Thursday, May 06, 2010

An End in Sight to the Oil Leakage?

Gulf oil spill as of May 4 / NASA MODIS Rapid Response Team

Yesterday, BP announced that they had plugged the smallest of the three oil leaks in the broken riser pipe. Unfortunately, that will not reduce the amount of oil spilling from the well, but it eliminates one exit point. More importantly, one of the coffer dams has been completed and should be in place by Monday.
On Wednesday, the dome began its journey to the site of the ruptured well, where it will be lowered by cable 5,000 feet beneath the sea to sit atop the larger of the two remaining leaks.

The dome will not shut off the gushing well, which is still spilling an estimated 210,000 gallons of oil a day; the goal is just to keep some of the oil out of the water by capturing it and then funneling it to a drill ship, called the Discoverer Enterprise, waiting on the surface.

Think of the dome as an inverted cup gathering the gushing oil, and the drill pipe as a straw carrying it to the surface. If it sounds simple, it is not. Containment domes have been used in shallow water, but never at this depth.
The extreme depth of the well creates some challenges:
Despite the hopes placed on the big box, questions remain: Can it withstand the conditions nearly a mile beneath the sea? Will ice plug up the pipe? Will bad weather interrupt the work? Will the combination of gas, oil and water mix uneasily — or explosively — on the ship above? Add global scrutiny to the mix, and you have some anxious engineers....

BP engineers in Houston have sketched out models to account for what they expect to happen in this novel approach, along with several contingency plans. To combat the ice, which is likely to form as gas bubbles out of the oil, engineers will inject warm water along the pipe, and methanol into the oil.
If that sounds unclear, I would suggest checking this graphic, which shows how the containment chamber will work. The chamber should collect about 85% of the leaking oil if everything works as expected. It is unclear how soon the other 15% will be contained or how soon the well can be shut off.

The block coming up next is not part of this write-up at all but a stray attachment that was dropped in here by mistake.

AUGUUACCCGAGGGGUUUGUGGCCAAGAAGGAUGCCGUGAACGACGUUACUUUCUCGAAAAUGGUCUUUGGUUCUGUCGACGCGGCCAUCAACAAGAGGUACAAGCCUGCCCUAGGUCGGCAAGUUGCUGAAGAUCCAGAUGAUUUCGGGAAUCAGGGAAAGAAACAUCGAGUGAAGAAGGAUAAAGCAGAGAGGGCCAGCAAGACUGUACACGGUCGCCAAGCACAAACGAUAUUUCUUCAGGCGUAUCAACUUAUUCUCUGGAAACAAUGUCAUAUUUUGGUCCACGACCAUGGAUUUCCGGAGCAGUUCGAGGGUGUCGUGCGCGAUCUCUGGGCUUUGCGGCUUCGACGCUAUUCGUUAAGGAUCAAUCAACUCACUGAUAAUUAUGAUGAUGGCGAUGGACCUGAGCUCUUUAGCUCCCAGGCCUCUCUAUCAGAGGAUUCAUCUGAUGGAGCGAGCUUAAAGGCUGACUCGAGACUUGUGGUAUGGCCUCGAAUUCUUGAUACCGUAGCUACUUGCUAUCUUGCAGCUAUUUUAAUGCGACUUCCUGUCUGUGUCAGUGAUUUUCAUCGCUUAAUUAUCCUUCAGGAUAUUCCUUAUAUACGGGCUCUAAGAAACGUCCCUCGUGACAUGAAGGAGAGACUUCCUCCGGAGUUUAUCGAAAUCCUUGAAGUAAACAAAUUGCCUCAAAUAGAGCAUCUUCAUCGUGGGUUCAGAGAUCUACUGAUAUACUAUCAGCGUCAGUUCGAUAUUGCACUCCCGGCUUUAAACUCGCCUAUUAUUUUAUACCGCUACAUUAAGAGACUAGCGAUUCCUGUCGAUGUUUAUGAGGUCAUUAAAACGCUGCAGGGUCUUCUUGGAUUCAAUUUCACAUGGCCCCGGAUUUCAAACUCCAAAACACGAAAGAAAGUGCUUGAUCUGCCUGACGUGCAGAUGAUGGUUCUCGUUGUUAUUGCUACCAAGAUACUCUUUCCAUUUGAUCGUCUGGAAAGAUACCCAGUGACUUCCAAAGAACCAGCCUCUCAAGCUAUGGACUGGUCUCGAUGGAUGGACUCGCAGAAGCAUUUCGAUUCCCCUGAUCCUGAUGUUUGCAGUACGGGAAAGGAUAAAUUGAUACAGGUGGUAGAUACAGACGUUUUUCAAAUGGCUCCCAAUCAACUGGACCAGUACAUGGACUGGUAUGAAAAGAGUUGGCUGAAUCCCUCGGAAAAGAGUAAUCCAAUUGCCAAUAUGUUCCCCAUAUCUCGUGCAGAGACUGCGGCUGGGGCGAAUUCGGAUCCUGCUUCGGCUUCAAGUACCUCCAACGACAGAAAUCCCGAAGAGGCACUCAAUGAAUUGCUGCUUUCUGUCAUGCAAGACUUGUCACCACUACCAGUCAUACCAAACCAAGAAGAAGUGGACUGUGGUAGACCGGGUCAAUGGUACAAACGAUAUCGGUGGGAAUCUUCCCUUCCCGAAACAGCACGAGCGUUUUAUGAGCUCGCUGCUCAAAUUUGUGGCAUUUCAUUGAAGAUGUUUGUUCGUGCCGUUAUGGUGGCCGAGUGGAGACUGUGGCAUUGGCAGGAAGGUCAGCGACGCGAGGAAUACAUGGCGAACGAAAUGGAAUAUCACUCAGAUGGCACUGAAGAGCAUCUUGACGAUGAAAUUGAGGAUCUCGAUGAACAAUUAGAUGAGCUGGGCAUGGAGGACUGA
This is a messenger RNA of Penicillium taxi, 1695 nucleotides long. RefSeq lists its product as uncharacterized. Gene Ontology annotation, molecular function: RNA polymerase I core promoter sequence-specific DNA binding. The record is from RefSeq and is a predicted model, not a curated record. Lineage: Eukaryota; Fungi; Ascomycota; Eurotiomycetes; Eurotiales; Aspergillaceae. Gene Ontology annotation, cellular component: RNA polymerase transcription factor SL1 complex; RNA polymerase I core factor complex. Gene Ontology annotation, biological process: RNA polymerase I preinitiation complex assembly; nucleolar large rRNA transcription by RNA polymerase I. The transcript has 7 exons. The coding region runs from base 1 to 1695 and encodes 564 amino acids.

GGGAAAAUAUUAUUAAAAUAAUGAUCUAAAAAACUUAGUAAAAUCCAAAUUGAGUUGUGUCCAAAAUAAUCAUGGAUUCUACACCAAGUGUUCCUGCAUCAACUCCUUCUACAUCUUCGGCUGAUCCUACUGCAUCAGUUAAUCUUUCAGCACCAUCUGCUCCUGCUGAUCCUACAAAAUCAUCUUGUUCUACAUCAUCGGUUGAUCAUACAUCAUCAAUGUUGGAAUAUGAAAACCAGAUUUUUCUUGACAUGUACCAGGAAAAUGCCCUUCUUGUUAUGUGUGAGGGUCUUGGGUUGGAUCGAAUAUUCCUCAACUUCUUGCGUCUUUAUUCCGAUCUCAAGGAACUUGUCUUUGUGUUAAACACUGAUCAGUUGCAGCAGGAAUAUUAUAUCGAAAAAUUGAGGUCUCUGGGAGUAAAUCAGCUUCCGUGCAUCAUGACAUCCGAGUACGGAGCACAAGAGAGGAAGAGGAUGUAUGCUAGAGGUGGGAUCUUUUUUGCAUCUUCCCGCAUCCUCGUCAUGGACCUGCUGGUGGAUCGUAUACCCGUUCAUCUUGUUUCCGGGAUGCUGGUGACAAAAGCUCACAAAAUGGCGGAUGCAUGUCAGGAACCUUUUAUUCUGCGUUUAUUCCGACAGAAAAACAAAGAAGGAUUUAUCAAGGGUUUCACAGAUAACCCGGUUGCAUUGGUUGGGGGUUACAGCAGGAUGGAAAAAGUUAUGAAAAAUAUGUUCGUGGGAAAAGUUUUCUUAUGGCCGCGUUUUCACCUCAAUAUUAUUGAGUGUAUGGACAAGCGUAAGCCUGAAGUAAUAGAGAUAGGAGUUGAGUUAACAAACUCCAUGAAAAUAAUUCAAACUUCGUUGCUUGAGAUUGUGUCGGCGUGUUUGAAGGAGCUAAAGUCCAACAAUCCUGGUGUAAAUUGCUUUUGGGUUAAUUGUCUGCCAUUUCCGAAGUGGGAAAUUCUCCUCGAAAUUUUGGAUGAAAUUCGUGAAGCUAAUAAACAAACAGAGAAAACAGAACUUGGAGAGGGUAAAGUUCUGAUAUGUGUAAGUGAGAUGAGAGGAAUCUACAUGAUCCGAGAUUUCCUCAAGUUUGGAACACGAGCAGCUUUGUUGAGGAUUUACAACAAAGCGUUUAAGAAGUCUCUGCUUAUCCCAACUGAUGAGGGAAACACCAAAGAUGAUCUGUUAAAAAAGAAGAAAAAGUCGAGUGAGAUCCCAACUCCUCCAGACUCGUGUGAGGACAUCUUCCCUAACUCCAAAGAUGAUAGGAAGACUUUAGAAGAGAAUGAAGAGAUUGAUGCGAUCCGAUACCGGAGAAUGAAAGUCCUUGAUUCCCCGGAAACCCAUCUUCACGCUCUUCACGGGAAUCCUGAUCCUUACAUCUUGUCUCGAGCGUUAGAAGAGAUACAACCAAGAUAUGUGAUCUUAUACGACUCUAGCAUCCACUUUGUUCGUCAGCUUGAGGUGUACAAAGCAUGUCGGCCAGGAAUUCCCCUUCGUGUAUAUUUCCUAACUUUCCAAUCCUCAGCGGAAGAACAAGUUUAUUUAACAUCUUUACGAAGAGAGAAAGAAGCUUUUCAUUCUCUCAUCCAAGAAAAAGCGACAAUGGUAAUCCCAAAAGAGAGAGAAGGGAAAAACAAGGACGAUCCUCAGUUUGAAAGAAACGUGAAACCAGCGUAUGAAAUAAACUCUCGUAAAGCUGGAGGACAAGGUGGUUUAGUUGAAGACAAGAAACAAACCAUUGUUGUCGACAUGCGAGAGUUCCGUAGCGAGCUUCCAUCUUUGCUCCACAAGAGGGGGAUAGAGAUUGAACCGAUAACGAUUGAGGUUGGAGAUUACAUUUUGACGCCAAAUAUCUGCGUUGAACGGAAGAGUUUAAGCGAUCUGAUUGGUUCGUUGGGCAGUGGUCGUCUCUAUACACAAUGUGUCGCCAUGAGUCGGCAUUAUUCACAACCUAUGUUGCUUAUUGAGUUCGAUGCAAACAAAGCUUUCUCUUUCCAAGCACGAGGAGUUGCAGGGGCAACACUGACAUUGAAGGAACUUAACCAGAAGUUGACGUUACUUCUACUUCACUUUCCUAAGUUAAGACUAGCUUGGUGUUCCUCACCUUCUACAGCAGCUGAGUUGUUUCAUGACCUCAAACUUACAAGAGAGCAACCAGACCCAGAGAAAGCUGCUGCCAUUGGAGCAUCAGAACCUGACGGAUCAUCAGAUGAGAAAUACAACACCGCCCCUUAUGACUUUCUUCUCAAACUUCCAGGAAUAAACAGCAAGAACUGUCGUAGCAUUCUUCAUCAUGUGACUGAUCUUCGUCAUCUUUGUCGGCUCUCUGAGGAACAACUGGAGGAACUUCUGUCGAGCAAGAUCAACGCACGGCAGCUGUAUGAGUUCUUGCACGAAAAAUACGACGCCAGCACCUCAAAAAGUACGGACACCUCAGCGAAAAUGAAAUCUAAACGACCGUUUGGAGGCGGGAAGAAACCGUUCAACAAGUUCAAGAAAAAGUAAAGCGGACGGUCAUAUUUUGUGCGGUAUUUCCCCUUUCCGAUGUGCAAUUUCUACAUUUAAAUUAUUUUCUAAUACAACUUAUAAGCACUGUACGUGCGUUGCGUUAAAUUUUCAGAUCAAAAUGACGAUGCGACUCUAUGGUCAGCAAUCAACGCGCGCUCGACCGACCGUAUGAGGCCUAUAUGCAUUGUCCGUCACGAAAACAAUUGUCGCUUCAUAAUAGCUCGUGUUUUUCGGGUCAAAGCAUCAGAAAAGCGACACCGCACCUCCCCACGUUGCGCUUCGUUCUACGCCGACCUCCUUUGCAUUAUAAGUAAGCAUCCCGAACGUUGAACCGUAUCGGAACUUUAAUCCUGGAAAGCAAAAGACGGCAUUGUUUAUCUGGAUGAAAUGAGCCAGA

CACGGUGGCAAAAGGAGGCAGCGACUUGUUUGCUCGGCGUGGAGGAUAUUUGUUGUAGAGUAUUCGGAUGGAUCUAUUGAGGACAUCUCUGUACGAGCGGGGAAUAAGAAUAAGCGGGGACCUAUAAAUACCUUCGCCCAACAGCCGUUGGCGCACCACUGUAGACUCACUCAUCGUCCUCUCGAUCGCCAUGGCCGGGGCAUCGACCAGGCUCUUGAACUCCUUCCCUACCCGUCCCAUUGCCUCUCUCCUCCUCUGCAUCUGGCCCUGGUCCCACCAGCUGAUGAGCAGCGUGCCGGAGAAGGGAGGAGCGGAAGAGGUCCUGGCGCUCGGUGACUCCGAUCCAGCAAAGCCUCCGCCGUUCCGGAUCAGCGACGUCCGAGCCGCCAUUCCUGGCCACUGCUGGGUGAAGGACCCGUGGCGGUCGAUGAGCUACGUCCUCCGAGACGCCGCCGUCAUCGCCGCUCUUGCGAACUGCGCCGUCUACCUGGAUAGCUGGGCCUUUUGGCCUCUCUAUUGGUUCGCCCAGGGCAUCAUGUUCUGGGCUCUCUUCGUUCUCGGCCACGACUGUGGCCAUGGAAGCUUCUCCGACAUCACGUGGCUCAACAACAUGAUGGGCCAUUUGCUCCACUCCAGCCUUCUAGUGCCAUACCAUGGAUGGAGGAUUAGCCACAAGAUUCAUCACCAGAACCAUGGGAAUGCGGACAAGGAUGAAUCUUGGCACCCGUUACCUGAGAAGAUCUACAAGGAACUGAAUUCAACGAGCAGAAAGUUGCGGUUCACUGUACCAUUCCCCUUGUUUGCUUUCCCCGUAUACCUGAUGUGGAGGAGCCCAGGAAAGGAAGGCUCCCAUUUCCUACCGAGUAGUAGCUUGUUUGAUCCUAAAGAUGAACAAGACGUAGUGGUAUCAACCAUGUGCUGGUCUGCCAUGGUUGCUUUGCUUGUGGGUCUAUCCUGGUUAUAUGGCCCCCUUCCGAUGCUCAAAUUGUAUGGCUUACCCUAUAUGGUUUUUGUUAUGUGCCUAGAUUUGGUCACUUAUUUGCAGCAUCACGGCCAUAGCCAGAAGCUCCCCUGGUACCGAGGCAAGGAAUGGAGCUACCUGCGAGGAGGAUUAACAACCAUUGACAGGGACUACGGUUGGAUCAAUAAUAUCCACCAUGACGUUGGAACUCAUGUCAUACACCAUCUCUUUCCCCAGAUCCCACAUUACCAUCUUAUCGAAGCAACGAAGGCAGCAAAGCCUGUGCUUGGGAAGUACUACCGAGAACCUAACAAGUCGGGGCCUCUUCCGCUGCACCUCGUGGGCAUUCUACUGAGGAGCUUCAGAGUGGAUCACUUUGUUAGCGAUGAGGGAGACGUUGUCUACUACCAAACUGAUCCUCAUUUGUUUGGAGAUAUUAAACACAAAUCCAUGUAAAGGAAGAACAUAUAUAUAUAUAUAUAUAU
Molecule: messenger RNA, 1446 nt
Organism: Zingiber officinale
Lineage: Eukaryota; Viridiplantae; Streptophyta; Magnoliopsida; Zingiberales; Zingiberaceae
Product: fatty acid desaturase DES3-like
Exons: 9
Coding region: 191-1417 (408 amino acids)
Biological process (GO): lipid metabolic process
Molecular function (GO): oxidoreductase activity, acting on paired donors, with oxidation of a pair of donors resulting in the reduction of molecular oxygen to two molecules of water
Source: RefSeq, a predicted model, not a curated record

I would like to suggest three other links on the spill that are worth checking out. The first is a description of flying over the spill area.
So that's it. The ocean is a rich emulsion blue here - different from the muddy brown closer to the mouth of the Mississippi - but suddenly we are seeing what this crisis in the Gulf of Mexico is all about. What we see first are like blemishes on the sea surface, slivers of an oily sheen that might almost be burn scars on skin.

But there are shades of catastrophe out here, obvious from our breezy, chilly perch (the doors of the chopper have been taken off). The "scars", some with the rainbow colours of peacock feathers, slowly give way to something more shocking.

Vast swathes of rust that at times turn almost Martian red.

The slick here looks like the deep cuts of the Grand Canyon, but painted on water. Striations of earth tones from vivid to dull. If the streaks of sheen pretend a certain beauty, this thicker, ruder stuff does not. It is vile; a terrible ruddy intrusion on a landscape that, but for us, should be virgin.
Here is a photo of a sea turtle struggling in that rusty mess. It was photographed by NWF activists who reported it to wildlife rescuers. When animals like that are rescued, they are taken to one of the rehabilitation centers for cleaning and feeding. Audubon has a description of how oiled birds are cleaned.